Great care is to be taken, and circumspection used in writing of books; no't only, though specially, for conscience of God; but also because the author therein exposeth himself to the censure of all men, and those not only then living, but also to be born, when he is dead and rotten: “Litera scripta manent.” And under their censure he comes, whether he be wise or foolish; learned or ignorant; of sound or of corrupt judgment: and in part therewith, whether of virtuous or vicious disposition. He that commits anything to writing gives men a bill of his manners:† which every one that reads may put in suit against him, if there be cause, in the court of his own heart, and neighbour's ear.
Some, through extreme diligence are devourers of books, and of infinite reading; in whom, if there be found any answerableness in memory to retain, judgment to dispose, and wit accordingly to improve things read; such persons prove singular. But this is rare by reason of the different temper of the brain requisite for such furniture. Some, are of great reading, but of so slippery memory, as they are like water conduits, which what they continually receive in at one end, they let out as fast at the other. Some, again, are mere indexes, serving for nothing but to show, where, and in what authors, things are to be found; by benefit of their strong memory. There are also of those great bookmen, that know better than most other men's judgments, than their own, in matters of controversy, through injudiciousness, or irresolution; and if they come to settle upon any, rather opinion, than persuasion, it is commonly according to the last book which they read. It is best for ordinary capacities to travel in some few books (though by occasion they may step into many), and the same picked by good advice, of impartial and experienced men; and those thoroughly to digest, and discourse upon; as it is best for weak stomachs to eat of few, and wholesome dishes: which may also be done for further use, extension, and application, than the author himself conceived, or at least, expressed. And though Lucilius wished, that his books might be read neither of men very learned, nor altogether unlearned; lest the one should understand nothing, and the other more than he intended: yet indeed he reads a book ill, that understands not something more either in, or, at least, by it, than the author himself did in penning it.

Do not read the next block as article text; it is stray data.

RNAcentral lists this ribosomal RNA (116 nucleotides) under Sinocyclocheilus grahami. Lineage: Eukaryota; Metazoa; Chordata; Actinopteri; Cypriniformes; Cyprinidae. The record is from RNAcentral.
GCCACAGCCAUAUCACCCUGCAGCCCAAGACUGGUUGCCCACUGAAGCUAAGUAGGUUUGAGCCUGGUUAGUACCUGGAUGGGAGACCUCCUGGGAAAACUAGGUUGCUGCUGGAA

As the maladies of the minds of many have been cured by reading of books; so have the diseases of the bodies of some, and those such as wanted no other medicines; if we may believe histories: as of Alphonsus, King of Spain, by reading of Livy; and of Ferdinand, King of Sicily, by reading of Quintus Curtius. The cure is both more common, and more excellent, which the reading of the Holy Scriptures afford.